Just Keep Going

AJW's TaproomEarlier this week, Shelly and I sat down for our monthly calendar-review meeting. As we sifted through the dizzying array of events and appointments that would take up much of our busy family’s time over the next four weeks, something jumped off the page and made me pause, February 22nd.

What was it about that date, I wondered?

After we finished up our review and posted the large, 22-inch x 28-inch calendar back on the wall, I went upstairs and dug out my box of old running logs buried in the back of our storage closet. I pulled out my 1992 log and quickly flipped to February. Sure enough, as I had suspected but wasn’t entirely sure, February 22, 1992 was the day of my first ultra. So, in the midst of all of the whirlwind of the rest of my life, I will have a 25th anniversary to celebrate next week.

In my subsequent runs this week I couldn’t help but reflect back on the past 25 years of running ultras. How could I not? No matter how you slice it, 25 years is a long time to do anything and I must say that the quiet realization that I’ve been running ultras that long made me feel old and proud at the same time. And, one thought kept flooding back to me as I strained to recall that first ultra, “Little did I know then what I would know now.”

The lessons running has taught me are far reaching and broad. Not only has the simple act of putting one foot in front of the other for the past 25 years defined a large part of who I am, but I have to believe it has also revealed who I am meant to be. Sure, we are all a lot more complex than just runners; that’s an overly simplistic way to view anyone. But to have something, that one thing, that makes each day unique and each encounter with the rest of life more purposeful, is one of running’s greatest gifts.

Moreover, engaging in long-distance running for a quarter century brings me to a place of calm. No matter what the rest of life has thrown my way–jobs, relationships, joys, concerns–running has been there. Waiting patiently for me. Always willing to give me that which other parts of life do not. Running has, for the last 25 years, been a constant source of wholeness, wonder, and whimsy. Running has provided structure and discipline to an occasionally chaotic life and along the way has provided me with a foundation and grounding that nothing else in my life has. And for that reason above all else, I find myself driven to just keep going.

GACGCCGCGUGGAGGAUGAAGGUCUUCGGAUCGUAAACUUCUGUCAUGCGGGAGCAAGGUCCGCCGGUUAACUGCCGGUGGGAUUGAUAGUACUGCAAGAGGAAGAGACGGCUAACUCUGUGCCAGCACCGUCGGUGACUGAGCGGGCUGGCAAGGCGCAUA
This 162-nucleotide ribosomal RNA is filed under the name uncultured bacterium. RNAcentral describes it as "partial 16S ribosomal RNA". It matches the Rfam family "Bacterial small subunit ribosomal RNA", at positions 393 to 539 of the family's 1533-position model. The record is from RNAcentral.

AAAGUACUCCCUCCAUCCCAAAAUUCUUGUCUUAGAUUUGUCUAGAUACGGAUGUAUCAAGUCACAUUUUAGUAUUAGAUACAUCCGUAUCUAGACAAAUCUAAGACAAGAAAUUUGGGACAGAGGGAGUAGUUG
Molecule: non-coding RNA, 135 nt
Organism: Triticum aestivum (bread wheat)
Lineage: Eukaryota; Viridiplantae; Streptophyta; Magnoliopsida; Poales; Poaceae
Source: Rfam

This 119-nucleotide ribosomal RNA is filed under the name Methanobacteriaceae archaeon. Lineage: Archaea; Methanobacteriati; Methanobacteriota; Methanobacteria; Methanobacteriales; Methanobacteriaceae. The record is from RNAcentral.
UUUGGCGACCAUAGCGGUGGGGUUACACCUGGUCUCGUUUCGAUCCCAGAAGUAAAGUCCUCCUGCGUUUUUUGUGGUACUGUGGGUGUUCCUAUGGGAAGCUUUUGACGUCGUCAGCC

Here’s to another 25 years!

Bottoms up!

AJW’s Beer of the Week

Founders Brewing Company Harvest AleThis week’s Beer of the Week comes from one of the Taproom’s favorite breweries, Founders Brewing Company in Grand Rapids, Michigan. Their Harvest Ale just came on my radar and really hit the spot. A classic American-style IPA, it’s 7.6% ABV and 70 IBU places it in the middle of the IPA pack but it’s delicious fruity smoothness and slight citrusy aftertaste make it a great post-run sipper.

Call for Comments (from Meghan)

  • How long have you been running?
  • What do you know now that you didn’t when you started?
  • What overarching thing or things has running given you during your years with the sport?

There are 13 comments

  1. Jon

    Happy Runiversary, AJW! Here’s to 25 more years!!! You mean you don’t have a picture to share from that first one 25 years ago? THAT would be a sight to see!

    1. AJW

      I am still trying to find a picture. It was a dreary day in Philly, multiple loops on road for 30 miles (or so they said). No GPSs, phones, or online results back then.

  2. Andy M

    Ha. And I thought I was old. I only started *running* in the late 90s!
    Happy Anniversary Andy … or is more like Happy Birthday? :)

  3. Jamie Farley

    Nice choice on the beer of the week! I feel lucky to live in Michigan since we have over 200 breweries to choose from. A lot of nice beers here. Cheers and congrats on the 25 years of ultra bliss.

  4. Hamish

    I’m going to celebrate my 35th anniversary of running at the end of February. I’ve got a huge stack of paper running logs to prove it, still going strong (despite Strava etc, you don’t change what works). It’s kind of strange looking back through those records. A peek into the past it’s like looking behind you on a snowy day and seeing a trail of footprints behind you. I’m really glad I started this in a predigital era – I wouldn’t have that tangible record of all those miles and the things that happened during them if all I ever did was upload my GPS to the cloud somewhere.

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